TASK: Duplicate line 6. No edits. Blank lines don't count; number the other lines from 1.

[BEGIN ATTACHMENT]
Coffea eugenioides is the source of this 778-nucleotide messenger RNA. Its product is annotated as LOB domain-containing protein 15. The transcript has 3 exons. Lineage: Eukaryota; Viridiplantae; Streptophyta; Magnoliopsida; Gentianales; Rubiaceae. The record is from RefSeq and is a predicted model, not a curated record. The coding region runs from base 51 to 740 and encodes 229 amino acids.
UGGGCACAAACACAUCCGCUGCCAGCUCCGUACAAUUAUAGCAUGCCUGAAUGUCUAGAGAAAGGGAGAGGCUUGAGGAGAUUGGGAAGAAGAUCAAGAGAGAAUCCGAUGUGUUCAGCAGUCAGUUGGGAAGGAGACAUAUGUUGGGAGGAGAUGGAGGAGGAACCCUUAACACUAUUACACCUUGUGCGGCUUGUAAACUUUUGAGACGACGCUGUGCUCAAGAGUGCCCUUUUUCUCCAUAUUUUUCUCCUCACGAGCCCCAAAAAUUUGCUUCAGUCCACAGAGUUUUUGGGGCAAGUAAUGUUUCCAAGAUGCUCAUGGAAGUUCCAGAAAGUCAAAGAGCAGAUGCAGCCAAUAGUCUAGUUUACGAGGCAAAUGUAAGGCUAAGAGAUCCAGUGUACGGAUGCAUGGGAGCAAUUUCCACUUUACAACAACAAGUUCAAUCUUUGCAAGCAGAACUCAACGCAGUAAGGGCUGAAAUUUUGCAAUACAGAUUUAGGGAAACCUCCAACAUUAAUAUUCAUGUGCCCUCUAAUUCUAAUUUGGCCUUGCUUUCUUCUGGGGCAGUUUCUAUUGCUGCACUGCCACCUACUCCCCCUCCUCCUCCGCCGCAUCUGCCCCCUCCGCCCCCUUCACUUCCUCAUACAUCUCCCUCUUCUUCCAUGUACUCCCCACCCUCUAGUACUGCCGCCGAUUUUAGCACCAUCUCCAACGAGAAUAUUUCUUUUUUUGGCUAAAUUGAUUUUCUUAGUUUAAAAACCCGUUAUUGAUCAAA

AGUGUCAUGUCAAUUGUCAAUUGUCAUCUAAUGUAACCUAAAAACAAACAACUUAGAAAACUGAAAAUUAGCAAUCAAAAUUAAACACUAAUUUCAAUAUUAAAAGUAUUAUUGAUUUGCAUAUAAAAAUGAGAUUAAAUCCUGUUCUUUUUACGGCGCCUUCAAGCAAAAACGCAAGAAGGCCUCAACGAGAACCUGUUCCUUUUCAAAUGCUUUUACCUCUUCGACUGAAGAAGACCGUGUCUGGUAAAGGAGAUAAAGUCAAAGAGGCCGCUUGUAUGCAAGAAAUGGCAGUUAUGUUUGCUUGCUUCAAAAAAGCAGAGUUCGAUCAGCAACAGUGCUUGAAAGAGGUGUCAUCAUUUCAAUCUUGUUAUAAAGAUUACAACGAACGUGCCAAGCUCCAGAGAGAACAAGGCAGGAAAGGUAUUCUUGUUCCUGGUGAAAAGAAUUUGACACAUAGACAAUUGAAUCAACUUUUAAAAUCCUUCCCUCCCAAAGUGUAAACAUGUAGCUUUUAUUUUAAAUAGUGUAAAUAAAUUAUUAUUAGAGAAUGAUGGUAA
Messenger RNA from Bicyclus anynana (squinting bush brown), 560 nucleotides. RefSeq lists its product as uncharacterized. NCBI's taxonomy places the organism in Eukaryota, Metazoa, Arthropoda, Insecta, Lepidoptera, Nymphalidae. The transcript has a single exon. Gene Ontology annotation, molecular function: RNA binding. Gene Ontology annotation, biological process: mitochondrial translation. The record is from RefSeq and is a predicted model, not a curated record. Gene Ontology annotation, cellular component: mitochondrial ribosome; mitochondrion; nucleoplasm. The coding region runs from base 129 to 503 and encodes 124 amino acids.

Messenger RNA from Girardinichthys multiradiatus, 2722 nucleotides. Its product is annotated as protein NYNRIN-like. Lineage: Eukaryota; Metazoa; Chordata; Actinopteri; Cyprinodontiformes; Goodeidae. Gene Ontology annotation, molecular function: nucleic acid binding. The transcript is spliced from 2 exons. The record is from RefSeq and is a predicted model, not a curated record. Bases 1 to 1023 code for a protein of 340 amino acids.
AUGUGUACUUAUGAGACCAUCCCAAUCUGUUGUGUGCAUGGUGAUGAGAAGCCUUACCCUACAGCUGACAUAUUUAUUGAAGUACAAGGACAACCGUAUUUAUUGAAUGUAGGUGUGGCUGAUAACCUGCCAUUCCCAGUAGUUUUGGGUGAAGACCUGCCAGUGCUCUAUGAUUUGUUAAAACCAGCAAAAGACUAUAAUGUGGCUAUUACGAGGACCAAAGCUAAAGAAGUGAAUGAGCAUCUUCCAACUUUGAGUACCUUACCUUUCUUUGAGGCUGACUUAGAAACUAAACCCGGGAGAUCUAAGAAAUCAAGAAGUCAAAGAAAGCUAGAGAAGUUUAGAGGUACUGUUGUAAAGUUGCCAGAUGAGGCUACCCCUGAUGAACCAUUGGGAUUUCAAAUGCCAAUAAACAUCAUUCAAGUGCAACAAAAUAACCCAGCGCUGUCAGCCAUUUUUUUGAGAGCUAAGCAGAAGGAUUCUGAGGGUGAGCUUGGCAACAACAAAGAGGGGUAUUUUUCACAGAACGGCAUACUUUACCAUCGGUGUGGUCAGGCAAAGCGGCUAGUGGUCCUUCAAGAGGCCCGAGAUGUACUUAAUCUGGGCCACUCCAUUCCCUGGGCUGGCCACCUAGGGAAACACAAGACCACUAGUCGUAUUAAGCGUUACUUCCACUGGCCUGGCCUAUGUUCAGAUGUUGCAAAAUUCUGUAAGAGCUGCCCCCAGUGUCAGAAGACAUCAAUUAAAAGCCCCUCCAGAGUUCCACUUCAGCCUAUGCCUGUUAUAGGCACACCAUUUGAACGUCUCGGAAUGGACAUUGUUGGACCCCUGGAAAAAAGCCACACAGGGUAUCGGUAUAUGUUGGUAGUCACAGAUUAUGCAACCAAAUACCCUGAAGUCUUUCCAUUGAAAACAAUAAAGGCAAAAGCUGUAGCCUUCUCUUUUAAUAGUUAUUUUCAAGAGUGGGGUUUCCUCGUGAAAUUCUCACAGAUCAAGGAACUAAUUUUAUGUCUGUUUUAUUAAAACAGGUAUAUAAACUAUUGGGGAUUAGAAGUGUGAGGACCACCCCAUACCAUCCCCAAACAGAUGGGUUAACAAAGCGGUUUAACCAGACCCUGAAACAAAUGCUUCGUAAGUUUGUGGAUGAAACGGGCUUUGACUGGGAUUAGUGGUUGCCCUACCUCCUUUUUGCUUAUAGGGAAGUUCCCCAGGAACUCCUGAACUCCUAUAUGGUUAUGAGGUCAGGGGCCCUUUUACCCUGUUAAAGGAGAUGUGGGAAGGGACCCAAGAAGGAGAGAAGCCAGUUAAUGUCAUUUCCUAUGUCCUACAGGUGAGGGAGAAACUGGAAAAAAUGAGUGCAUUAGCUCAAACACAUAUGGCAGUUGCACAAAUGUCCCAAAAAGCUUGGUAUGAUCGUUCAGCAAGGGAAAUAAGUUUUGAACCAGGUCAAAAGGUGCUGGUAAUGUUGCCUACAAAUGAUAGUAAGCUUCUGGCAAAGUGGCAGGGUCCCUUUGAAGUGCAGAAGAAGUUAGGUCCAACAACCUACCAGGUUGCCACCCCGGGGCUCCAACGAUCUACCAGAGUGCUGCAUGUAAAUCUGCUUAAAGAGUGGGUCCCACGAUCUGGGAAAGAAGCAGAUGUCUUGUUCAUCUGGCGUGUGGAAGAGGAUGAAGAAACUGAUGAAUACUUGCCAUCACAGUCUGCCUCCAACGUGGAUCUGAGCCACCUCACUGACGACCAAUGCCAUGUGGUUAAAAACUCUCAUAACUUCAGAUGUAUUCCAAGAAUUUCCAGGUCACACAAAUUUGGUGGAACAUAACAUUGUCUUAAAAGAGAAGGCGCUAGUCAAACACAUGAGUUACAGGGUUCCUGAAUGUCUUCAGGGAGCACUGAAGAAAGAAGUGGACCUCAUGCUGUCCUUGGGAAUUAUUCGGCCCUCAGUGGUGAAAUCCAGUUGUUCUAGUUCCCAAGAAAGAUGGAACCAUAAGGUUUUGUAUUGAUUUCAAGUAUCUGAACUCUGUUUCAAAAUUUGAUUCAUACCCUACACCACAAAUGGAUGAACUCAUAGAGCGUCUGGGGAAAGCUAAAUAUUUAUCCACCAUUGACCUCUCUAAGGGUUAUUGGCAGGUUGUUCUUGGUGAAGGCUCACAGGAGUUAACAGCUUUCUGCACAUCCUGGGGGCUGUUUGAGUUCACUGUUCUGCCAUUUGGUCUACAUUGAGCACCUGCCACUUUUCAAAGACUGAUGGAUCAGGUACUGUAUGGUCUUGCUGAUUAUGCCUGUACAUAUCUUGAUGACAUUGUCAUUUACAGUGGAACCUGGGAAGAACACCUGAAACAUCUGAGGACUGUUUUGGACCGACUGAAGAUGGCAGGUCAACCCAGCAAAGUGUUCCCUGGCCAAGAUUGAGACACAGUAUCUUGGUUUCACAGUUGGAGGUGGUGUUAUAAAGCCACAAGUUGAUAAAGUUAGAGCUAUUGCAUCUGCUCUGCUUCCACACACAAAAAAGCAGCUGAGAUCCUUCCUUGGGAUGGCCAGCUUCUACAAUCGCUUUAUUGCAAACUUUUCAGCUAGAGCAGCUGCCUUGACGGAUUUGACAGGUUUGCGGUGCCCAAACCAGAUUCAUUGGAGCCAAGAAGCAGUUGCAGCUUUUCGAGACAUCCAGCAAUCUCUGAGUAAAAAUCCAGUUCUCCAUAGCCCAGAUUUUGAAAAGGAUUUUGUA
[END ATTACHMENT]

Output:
AUGUGUACUUAUGAGACCAUCCCAAUCUGUUGUGUGCAUGGUGAUGAGAAGCCUUACCCUACAGCUGACAUAUUUAUUGAAGUACAAGGACAACCGUAUUUAUUGAAUGUAGGUGUGGCUGAUAACCUGCCAUUCCCAGUAGUUUUGGGUGAAGACCUGCCAGUGCUCUAUGAUUUGUUAAAACCAGCAAAAGACUAUAAUGUGGCUAUUACGAGGACCAAAGCUAAAGAAGUGAAUGAGCAUCUUCCAACUUUGAGUACCUUACCUUUCUUUGAGGCUGACUUAGAAACUAAACCCGGGAGAUCUAAGAAAUCAAGAAGUCAAAGAAAGCUAGAGAAGUUUAGAGGUACUGUUGUAAAGUUGCCAGAUGAGGCUACCCCUGAUGAACCAUUGGGAUUUCAAAUGCCAAUAAACAUCAUUCAAGUGCAACAAAAUAACCCAGCGCUGUCAGCCAUUUUUUUGAGAGCUAAGCAGAAGGAUUCUGAGGGUGAGCUUGGCAACAACAAAGAGGGGUAUUUUUCACAGAACGGCAUACUUUACCAUCGGUGUGGUCAGGCAAAGCGGCUAGUGGUCCUUCAAGAGGCCCGAGAUGUACUUAAUCUGGGCCACUCCAUUCCCUGGGCUGGCCACCUAGGGAAACACAAGACCACUAGUCGUAUUAAGCGUUACUUCCACUGGCCUGGCCUAUGUUCAGAUGUUGCAAAAUUCUGUAAGAGCUGCCCCCAGUGUCAGAAGACAUCAAUUAAAAGCCCCUCCAGAGUUCCACUUCAGCCUAUGCCUGUUAUAGGCACACCAUUUGAACGUCUCGGAAUGGACAUUGUUGGACCCCUGGAAAAAAGCCACACAGGGUAUCGGUAUAUGUUGGUAGUCACAGAUUAUGCAACCAAAUACCCUGAAGUCUUUCCAUUGAAAACAAUAAAGGCAAAAGCUGUAGCCUUCUCUUUUAAUAGUUAUUUUCAAGAGUGGGGUUUCCUCGUGAAAUUCUCACAGAUCAAGGAACUAAUUUUAUGUCUGUUUUAUUAAAACAGGUAUAUAAACUAUUGGGGAUUAGAAGUGUGAGGACCACCCCAUACCAUCCCCAAACAGAUGGGUUAACAAAGCGGUUUAACCAGACCCUGAAACAAAUGCUUCGUAAGUUUGUGGAUGAAACGGGCUUUGACUGGGAUUAGUGGUUGCCCUACCUCCUUUUUGCUUAUAGGGAAGUUCCCCAGGAACUCCUGAACUCCUAUAUGGUUAUGAGGUCAGGGGCCCUUUUACCCUGUUAAAGGAGAUGUGGGAAGGGACCCAAGAAGGAGAGAAGCCAGUUAAUGUCAUUUCCUAUGUCCUACAGGUGAGGGAGAAACUGGAAAAAAUGAGUGCAUUAGCUCAAACACAUAUGGCAGUUGCACAAAUGUCCCAAAAAGCUUGGUAUGAUCGUUCAGCAAGGGAAAUAAGUUUUGAACCAGGUCAAAAGGUGCUGGUAAUGUUGCCUACAAAUGAUAGUAAGCUUCUGGCAAAGUGGCAGGGUCCCUUUGAAGUGCAGAAGAAGUUAGGUCCAACAACCUACCAGGUUGCCACCCCGGGGCUCCAACGAUCUACCAGAGUGCUGCAUGUAAAUCUGCUUAAAGAGUGGGUCCCACGAUCUGGGAAAGAAGCAGAUGUCUUGUUCAUCUGGCGUGUGGAAGAGGAUGAAGAAACUGAUGAAUACUUGCCAUCACAGUCUGCCUCCAACGUGGAUCUGAGCCACCUCACUGACGACCAAUGCCAUGUGGUUAAAAACUCUCAUAACUUCAGAUGUAUUCCAAGAAUUUCCAGGUCACACAAAUUUGGUGGAACAUAACAUUGUCUUAAAAGAGAAGGCGCUAGUCAAACACAUGAGUUACAGGGUUCCUGAAUGUCUUCAGGGAGCACUGAAGAAAGAAGUGGACCUCAUGCUGUCCUUGGGAAUUAUUCGGCCCUCAGUGGUGAAAUCCAGUUGUUCUAGUUCCCAAGAAAGAUGGAACCAUAAGGUUUUGUAUUGAUUUCAAGUAUCUGAACUCUGUUUCAAAAUUUGAUUCAUACCCUACACCACAAAUGGAUGAACUCAUAGAGCGUCUGGGGAAAGCUAAAUAUUUAUCCACCAUUGACCUCUCUAAGGGUUAUUGGCAGGUUGUUCUUGGUGAAGGCUCACAGGAGUUAACAGCUUUCUGCACAUCCUGGGGGCUGUUUGAGUUCACUGUUCUGCCAUUUGGUCUACAUUGAGCACCUGCCACUUUUCAAAGACUGAUGGAUCAGGUACUGUAUGGUCUUGCUGAUUAUGCCUGUACAUAUCUUGAUGACAUUGUCAUUUACAGUGGAACCUGGGAAGAACACCUGAAACAUCUGAGGACUGUUUUGGACCGACUGAAGAUGGCAGGUCAACCCAGCAAAGUGUUCCCUGGCCAAGAUUGAGACACAGUAUCUUGGUUUCACAGUUGGAGGUGGUGUUAUAAAGCCACAAGUUGAUAAAGUUAGAGCUAUUGCAUCUGCUCUGCUUCCACACACAAAAAAGCAGCUGAGAUCCUUCCUUGGGAUGGCCAGCUUCUACAAUCGCUUUAUUGCAAACUUUUCAGCUAGAGCAGCUGCCUUGACGGAUUUGACAGGUUUGCGGUGCCCAAACCAGAUUCAUUGGAGCCAAGAAGCAGUUGCAGCUUUUCGAGACAUCCAGCAAUCUCUGAGUAAAAAUCCAGUUCUCCAUAGCCCAGAUUUUGAAAAGGAUUUUGUA